POWER: Today we were running an exercise for a company - bearing in mind I'm now in the private sector - and we sat everybody down, in the city - 1,000 people involved in the whole organisation - but the crisis team. And the most peculiar thing was, we based our scenario on the simultaneous attacks on an underground and mainline station. So we had to suddenly switch an exercise from 'fictional' to 'real'. And one of the first things is, get that bureau number, when you have a list of people missing, tell them. And it took a long time -

INTERVIEWER: Just to get this right, you were actually working today on an exercise that envisioned virtually this scenario?

POWER: Er, almost precisely. I was up to 2 oclock this morning, because it's our job, my own company. Visor Consultants, we specialise in helping people to get their crisis management response. How do you jump from 'slow time' thinking to 'quick time' doing? And we chose a scenario - with their assistance - which is based on a terrorist attack because they're very close to, er, a property occupied by Jewish businessmen, they're in the city, and there are more American banks in the city than there are in the whole of New York - a logical thing to do. And it, I've still got the hair...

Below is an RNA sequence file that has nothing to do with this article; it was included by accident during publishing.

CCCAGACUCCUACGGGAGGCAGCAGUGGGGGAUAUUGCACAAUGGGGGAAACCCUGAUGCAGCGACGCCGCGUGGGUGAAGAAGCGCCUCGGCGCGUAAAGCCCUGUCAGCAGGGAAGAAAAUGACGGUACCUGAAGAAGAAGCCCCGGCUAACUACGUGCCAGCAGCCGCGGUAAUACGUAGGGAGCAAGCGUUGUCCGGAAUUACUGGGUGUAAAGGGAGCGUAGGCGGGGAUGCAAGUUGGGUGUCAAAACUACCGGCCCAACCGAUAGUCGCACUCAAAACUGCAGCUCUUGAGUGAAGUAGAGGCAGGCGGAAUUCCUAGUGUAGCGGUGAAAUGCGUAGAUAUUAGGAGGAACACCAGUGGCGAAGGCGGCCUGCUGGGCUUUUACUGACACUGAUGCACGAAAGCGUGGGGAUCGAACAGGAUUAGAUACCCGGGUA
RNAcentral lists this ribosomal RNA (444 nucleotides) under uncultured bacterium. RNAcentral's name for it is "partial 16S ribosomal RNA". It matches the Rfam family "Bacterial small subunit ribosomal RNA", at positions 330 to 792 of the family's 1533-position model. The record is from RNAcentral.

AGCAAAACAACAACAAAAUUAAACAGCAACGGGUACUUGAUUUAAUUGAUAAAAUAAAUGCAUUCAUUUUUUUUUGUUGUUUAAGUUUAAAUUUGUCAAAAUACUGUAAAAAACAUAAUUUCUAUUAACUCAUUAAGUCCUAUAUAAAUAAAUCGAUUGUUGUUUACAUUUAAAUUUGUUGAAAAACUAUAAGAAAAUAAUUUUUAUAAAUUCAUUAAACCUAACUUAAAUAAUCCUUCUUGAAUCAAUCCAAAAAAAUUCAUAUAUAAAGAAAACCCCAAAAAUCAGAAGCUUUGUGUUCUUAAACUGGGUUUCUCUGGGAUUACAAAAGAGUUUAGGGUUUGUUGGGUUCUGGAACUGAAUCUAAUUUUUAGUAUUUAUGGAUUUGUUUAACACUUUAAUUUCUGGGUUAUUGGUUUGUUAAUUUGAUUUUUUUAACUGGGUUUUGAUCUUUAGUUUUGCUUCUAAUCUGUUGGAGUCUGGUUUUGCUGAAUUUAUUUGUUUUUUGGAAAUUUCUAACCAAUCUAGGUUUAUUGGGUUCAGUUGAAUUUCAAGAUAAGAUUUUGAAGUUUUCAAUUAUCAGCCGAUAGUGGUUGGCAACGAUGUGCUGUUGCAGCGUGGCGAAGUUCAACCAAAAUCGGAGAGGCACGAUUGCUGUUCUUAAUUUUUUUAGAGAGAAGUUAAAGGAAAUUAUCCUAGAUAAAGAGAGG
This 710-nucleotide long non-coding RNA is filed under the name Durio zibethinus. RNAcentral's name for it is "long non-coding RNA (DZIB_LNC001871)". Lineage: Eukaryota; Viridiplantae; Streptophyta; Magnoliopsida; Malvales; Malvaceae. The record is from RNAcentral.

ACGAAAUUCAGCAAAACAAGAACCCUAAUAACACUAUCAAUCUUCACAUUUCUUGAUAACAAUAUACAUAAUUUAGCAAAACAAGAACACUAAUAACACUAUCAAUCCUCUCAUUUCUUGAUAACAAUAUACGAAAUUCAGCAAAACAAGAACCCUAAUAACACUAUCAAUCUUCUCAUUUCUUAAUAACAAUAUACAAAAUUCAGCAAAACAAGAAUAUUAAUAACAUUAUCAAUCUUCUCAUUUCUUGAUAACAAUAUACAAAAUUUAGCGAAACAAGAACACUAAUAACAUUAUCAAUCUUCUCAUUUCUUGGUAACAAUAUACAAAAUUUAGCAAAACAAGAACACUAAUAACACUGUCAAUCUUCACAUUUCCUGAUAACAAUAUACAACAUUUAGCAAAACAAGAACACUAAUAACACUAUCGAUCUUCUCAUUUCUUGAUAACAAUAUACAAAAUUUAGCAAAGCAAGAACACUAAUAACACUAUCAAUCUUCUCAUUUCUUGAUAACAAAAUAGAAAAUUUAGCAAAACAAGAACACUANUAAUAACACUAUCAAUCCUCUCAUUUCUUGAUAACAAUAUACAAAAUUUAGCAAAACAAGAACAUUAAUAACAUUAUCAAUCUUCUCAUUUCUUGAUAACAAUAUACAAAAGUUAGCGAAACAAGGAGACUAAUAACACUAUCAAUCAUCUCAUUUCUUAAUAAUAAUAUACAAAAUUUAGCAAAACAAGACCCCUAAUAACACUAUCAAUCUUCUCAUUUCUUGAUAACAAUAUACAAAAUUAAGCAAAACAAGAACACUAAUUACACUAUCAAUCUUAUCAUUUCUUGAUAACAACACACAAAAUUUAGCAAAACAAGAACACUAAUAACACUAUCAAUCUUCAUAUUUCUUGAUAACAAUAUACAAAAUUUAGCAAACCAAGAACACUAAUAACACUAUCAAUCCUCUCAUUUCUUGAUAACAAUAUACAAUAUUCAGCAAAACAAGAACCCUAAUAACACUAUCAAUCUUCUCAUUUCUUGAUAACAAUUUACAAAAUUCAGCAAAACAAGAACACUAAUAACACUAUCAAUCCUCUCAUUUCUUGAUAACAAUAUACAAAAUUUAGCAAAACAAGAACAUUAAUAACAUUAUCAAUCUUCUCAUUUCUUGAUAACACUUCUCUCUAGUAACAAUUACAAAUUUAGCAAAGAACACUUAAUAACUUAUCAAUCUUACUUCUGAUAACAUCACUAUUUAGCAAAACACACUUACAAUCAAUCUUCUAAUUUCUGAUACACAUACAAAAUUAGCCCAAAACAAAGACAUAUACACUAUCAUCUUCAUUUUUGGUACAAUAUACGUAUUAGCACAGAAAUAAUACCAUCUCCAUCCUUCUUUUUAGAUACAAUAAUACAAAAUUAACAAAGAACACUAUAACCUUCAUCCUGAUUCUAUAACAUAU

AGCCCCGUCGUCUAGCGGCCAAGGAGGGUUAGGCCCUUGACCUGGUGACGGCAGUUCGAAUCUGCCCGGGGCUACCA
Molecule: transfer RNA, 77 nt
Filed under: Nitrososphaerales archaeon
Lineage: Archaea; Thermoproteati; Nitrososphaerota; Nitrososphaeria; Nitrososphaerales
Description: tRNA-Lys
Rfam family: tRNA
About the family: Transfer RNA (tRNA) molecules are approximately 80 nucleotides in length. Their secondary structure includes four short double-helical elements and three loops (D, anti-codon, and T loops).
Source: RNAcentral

We note that Peter Power’s told on the very day of the attacks that his exercise had been based on the scenario of multiple simultaneous attacks. This was indeed what actually happened in real life. But according to the official account, the near simultaneity of the 7/7 attacks was only revealed two days after the events. Until then, the story was that the attacks had been staggered. Power’s fictional scenario was thus nearer to reality than what the authorities initially told to the public. Another person, who apparently knew that the attacks had been simultaneous was Israel’s Mossad chief, Efraim Halevi, who designated the attacks in the Jerusalem Post on the very day of the events as “simultaneous explosions”.

On July 8, 2005, an interview with Peter Power was published in Manchester Evening News. There he not only reported the above exercise but revealed that he had also organised a series of “mock broadcasts” for the rehearsal operation that were apparently so realistic those participating in the exercise became confused about what was real and what was not.278